"The twentieth century was the architectural age of form follows function," notes the statement accompanying this entry. "The twenty-first century is the age of form follows energy."

The winning house will be named next week. I'll try to keep you posed.

Spain   Barcelona   house   Institute of Advanced Architecture   solar energy  


Jun 26, 2010

 We have all seen pictures of the oil gusher in the Gulf of Mexico; this is the one that put a catch in my breath today.

Nicole Kesterson of Gulf Shores, Alabama, is snapping a picture at the public beach near Gulf Shores State Park, while blackened surf splashes down onto the sand. Used to be, Gulf Shores and nearby beaches were characterized by what people called "sugar sand"--fine, white, perfect, clean quartz crystalline sand. I've seen tarballs there before--Gulf oil platforms are visible from many parts of the beach--but black waves of crude are something else again.

Picture these gentle little waves roughed up and built into mountains by a hurricane--Atlantic and Gulf waters are warmer this summer than ever before in human history, and hurricanes are the earth's major mechanism for dealing with hot spots of subtropical water. The oil will come crashing inland, obviously, surging for miles to flood uncleanable marshes and swamps. And evidence is accumulating that thanks to BP's massive use of dispersants, oil will also likely be sucked up into the sky; oil vapor will gather in the clouds along with water vapor to rain poison down on us all.

For what it's worth, the good news is that mosquitoes don't do well in oily environments. 

I have spent enough time among geologists to accept that all substantial reservoirs of oil on the planet will eventually be tapped for human use. But what I hear about energy policy in America these days seems completely backwards to me: why aren't we letting the Saudis and the Russians let their wells run dry before we tap into our own precious reserves? Countries with no other source of income or with desperate economic problems have no choice but to sell off all their oil as quickly as possible. We're rich enough to wait for a while, and as the rest of the world's oil disappears, ours becomes more and more valuable. Perhaps eventually it will be worth so much that oil companies will be cautious not to risk spilling a drop.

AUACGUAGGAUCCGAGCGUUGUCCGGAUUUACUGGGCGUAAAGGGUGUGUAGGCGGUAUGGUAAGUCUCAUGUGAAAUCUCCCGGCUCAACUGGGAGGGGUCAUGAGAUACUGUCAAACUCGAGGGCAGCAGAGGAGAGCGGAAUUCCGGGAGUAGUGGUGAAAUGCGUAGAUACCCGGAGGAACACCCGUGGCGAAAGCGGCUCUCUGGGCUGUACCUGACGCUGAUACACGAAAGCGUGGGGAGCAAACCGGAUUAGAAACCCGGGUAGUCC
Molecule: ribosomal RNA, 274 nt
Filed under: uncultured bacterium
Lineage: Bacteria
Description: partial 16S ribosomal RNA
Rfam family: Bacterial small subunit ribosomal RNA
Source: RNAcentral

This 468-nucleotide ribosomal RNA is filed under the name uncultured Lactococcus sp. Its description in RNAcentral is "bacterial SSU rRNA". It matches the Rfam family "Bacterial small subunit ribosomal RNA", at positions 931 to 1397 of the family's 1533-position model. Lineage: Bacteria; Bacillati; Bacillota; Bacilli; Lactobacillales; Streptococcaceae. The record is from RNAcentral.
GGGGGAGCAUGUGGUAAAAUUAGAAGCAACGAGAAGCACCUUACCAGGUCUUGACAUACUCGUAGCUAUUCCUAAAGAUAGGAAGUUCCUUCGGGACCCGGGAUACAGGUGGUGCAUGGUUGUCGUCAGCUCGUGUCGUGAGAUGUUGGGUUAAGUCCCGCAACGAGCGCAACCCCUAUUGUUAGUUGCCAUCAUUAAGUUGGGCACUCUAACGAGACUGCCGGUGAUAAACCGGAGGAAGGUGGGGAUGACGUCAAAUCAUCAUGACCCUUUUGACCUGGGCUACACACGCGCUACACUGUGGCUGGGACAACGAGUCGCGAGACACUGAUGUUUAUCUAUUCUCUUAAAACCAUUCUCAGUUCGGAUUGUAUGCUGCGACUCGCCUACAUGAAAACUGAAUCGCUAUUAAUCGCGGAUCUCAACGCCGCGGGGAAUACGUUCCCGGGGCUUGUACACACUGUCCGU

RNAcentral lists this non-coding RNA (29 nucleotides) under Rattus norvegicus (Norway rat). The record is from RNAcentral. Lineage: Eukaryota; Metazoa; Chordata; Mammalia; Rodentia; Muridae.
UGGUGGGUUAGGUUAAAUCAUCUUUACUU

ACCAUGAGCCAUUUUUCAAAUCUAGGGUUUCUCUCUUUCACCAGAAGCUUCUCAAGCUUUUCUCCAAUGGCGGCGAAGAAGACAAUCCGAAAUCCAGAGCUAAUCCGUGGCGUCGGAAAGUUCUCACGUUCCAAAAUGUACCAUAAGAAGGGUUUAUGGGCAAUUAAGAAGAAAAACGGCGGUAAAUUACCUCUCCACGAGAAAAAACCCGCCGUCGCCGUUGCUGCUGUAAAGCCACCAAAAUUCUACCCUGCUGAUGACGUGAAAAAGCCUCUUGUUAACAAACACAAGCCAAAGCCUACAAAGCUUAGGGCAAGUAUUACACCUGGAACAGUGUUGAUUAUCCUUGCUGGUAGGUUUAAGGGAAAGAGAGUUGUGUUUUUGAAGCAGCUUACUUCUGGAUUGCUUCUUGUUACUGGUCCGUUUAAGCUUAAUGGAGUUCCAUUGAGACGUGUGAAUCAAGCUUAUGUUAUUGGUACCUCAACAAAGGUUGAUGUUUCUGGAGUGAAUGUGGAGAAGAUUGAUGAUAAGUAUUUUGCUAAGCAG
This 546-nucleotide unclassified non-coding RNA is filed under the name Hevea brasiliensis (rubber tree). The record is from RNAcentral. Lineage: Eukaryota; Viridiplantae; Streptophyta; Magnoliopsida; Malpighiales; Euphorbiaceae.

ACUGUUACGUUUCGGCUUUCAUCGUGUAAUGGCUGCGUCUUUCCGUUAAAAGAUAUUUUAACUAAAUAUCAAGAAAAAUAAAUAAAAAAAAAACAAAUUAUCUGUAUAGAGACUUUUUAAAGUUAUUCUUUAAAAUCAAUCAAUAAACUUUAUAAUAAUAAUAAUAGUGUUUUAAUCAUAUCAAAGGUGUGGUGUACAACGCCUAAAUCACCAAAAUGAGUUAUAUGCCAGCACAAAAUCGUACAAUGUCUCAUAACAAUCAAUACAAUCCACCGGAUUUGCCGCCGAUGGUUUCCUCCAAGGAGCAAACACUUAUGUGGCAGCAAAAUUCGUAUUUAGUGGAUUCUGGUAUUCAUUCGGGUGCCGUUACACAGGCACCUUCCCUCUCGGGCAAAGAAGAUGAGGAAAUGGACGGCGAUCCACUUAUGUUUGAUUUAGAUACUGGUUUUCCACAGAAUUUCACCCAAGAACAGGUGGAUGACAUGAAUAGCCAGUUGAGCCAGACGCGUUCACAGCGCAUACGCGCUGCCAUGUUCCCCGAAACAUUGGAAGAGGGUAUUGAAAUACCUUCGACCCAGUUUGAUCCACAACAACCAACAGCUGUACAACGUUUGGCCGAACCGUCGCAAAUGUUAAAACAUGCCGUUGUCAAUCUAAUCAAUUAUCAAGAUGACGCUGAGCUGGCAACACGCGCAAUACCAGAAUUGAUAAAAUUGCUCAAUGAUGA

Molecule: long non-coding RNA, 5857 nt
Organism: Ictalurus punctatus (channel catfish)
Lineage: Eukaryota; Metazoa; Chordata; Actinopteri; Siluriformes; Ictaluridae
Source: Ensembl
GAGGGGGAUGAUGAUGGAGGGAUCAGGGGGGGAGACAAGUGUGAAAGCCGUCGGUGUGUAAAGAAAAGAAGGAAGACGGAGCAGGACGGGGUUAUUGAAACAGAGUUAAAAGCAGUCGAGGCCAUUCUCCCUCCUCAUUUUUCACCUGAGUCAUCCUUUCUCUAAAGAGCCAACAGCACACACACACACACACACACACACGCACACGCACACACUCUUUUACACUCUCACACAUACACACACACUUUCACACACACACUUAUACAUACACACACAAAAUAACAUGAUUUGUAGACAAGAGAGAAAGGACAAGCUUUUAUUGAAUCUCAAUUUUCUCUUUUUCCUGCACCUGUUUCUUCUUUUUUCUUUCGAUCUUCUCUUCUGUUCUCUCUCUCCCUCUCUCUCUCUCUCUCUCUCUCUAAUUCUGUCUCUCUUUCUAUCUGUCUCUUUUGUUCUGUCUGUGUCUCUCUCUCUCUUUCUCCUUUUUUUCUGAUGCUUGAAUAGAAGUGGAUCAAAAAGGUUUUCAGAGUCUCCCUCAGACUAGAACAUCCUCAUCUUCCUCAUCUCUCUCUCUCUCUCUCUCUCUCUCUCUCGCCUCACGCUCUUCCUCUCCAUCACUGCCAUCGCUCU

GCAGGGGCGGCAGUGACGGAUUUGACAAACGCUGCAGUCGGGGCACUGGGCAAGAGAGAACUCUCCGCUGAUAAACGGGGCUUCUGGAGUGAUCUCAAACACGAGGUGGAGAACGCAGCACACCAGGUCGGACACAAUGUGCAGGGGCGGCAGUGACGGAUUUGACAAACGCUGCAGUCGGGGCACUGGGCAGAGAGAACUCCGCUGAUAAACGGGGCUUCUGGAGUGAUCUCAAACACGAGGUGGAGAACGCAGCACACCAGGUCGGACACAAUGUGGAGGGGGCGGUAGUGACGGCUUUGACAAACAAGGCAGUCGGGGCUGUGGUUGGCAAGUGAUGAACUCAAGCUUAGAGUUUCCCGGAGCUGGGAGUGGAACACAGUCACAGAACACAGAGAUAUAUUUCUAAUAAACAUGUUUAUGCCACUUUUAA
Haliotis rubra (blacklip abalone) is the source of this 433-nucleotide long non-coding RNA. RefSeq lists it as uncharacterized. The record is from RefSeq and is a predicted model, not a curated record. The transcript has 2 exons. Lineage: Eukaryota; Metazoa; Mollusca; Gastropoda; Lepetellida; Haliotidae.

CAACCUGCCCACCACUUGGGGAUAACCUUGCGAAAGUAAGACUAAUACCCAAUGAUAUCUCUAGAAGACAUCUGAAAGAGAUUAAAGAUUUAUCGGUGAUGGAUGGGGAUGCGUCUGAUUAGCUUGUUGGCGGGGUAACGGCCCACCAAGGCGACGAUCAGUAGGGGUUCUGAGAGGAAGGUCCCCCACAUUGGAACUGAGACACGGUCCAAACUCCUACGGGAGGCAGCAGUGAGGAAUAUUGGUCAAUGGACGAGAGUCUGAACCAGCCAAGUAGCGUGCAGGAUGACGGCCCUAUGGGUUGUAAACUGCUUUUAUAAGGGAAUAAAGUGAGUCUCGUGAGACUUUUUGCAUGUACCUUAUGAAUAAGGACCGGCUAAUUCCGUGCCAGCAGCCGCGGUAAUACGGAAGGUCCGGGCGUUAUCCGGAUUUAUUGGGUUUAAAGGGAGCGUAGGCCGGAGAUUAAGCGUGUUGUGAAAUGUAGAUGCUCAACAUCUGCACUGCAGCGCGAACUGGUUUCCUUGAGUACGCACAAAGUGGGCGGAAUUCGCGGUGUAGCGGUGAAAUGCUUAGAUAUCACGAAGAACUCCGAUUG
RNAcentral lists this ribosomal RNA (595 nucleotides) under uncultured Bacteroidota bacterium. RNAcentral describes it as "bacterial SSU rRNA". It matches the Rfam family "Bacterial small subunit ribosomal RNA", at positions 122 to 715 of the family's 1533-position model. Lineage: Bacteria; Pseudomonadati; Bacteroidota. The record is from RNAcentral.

Or whatever.

Alabama   beach   Nicole Kesterson   BP   oil   Gulf Shores   (Image credit: John David Mercer of the Mobile Press-Register)  


Jun 29, 2010


Some days, seems like nothing in the world will make life worth living other than a picture of cute babies or puppies. This one popped up when I asked the Flickr photo site to show a dozen photos chosen at random.

children   (Image credit: unknown)